are permitted, however, to rear a few goats, which they do less for the sake of the milk and flesh than for the skins, which are converted into sleeping rugs, and carosses for wear. They also keep a few barn-door fowls, but apparently of a very ordinary breed.
They derive their chief subsistence from the produce of the soil, which is fertile, yielding the necessaries of life in abundance, and with little labor. A month or two before the rainy season the ground for cultivation is selected, cleared, and slightly worked by a small, short hoe, the only agricultural implement I have seen used by the Bayeye in tilling. After the first heavy rains they begin to sow the corn, of which there are two kinds indigenous to the country, namely, the common "Caffre," and another sort, very small-grained, and not unlike canary-seed—a description which is akin, as I am informed, to the "badjera" of India. This is more nutritious than the other, and, when well ground, makes excellent flour. Tobacco, calabashes, watermelons, pumpkins, beans, and small peas are also grown, as well as different kinds of edible earth-fruits, of which the oiengora (motu-o-hatsi of the Bechuanas, I believe) may be mentioned in particular. This is a sort of bean, having its pods under ground. It is well known to the Mozambiques; is extensively grown by the black population in Mauritius, and is, I am told, no uncommon article of importation at the Cape of Good Hope.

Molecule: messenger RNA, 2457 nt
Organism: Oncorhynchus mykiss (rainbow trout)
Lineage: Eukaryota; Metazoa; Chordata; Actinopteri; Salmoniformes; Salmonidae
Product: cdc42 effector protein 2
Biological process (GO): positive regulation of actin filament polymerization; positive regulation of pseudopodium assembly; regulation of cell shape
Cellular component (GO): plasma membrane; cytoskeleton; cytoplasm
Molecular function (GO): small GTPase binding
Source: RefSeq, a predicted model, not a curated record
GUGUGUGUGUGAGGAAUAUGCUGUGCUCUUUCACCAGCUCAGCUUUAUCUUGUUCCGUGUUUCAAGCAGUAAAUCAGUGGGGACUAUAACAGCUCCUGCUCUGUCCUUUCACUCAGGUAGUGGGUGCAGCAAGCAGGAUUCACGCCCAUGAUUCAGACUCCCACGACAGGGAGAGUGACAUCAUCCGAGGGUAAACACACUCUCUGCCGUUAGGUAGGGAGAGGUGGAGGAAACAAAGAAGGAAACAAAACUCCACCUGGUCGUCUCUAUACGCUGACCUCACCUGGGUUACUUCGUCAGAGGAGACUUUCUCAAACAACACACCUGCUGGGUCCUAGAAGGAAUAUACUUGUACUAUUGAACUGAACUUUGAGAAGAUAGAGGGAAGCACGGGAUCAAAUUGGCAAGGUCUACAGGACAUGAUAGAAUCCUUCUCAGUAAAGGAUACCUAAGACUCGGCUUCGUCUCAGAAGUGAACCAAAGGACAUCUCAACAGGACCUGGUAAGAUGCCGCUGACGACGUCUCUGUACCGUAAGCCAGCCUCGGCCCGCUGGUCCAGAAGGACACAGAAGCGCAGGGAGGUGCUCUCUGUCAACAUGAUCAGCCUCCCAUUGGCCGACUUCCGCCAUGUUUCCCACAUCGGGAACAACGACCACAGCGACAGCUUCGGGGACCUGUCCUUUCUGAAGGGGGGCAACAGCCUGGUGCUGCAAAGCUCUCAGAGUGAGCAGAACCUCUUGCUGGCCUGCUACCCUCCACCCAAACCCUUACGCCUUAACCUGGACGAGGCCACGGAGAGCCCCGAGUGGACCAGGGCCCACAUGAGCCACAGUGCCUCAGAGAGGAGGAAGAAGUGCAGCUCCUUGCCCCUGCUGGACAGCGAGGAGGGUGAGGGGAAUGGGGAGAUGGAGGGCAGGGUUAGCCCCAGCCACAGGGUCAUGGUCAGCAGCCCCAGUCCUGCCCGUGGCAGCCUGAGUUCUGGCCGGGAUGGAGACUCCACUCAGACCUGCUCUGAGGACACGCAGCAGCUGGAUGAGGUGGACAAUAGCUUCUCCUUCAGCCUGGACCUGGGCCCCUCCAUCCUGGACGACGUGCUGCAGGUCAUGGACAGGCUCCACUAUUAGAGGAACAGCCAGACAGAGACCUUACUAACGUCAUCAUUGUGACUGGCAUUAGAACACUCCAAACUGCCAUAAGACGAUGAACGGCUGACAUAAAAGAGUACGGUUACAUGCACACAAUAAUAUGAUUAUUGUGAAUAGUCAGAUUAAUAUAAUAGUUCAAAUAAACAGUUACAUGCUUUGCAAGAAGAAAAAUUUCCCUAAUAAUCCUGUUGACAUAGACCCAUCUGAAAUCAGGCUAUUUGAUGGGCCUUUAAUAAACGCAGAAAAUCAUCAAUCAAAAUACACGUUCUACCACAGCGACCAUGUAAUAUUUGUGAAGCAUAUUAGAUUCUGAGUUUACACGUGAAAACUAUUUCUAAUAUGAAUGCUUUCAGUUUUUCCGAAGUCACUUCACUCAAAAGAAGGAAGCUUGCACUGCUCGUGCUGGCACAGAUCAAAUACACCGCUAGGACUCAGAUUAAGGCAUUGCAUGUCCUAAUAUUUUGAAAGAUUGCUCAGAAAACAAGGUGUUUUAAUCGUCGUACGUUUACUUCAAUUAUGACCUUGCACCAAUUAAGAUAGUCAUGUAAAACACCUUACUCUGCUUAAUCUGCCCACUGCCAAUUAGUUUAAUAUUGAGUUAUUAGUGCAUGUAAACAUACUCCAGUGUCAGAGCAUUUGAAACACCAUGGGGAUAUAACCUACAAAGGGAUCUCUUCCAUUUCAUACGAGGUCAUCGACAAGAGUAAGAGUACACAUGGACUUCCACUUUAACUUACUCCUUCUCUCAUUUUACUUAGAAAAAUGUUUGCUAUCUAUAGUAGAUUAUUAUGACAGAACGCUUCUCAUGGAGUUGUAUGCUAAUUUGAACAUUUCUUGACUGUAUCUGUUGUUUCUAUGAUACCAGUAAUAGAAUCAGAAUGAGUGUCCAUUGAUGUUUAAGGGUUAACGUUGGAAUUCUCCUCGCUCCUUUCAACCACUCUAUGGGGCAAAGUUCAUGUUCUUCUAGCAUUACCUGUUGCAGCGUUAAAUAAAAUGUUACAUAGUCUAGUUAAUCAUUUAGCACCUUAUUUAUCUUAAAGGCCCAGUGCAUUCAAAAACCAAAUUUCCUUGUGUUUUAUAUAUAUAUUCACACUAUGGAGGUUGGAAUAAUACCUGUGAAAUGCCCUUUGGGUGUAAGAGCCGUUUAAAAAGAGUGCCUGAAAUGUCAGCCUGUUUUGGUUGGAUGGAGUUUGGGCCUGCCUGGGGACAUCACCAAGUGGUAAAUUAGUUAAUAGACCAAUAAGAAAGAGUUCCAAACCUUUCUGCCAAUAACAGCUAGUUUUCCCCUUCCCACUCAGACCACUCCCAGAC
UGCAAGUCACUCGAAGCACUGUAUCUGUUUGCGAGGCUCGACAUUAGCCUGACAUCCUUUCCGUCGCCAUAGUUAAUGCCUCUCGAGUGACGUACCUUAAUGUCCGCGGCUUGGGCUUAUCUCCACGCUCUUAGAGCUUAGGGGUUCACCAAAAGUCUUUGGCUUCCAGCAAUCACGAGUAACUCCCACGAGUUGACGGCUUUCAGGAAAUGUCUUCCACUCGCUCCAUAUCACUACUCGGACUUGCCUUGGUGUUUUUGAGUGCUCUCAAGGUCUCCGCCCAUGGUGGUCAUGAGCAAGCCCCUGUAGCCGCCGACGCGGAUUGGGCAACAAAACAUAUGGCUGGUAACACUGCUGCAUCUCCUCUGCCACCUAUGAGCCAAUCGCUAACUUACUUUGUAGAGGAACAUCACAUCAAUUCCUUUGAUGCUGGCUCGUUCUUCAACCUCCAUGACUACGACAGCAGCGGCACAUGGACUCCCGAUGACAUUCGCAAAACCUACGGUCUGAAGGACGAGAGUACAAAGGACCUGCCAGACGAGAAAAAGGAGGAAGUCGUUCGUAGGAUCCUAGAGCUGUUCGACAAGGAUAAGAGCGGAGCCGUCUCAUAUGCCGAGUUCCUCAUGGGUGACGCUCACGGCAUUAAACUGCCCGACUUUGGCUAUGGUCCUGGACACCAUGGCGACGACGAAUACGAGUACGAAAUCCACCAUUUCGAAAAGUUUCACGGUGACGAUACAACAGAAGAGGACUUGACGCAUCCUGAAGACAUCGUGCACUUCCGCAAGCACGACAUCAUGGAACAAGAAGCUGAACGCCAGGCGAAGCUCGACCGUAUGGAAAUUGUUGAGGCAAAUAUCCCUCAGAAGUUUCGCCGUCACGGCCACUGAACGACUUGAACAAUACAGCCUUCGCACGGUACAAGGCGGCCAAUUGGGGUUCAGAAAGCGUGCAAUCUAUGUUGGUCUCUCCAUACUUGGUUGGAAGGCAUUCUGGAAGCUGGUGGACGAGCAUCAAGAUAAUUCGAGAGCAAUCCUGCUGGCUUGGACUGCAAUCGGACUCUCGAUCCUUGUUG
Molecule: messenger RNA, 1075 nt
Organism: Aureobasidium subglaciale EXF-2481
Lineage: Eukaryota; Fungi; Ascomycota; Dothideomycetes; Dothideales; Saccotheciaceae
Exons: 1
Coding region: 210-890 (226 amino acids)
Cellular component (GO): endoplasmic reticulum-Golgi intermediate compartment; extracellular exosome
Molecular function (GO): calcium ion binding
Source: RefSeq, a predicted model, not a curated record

Moreover, the country, as before said, produces a variety of wild fruit-trees, which serve no less to beautify the scenery than to afford good and wholesome sustenance to the inhabitants. Among the most handsome and useful trees, the moshoma stands, perhaps, pre-eminent. On account of the great height, the straightness of the trunk, and the distance at which it begins to branch out, the fruit can only be gathered when it falls to the ground. It is then exposed to the sun for some time, and, when sufficiently dried, is put into a hollow piece of wood (a sort of mortar) and pulverized. It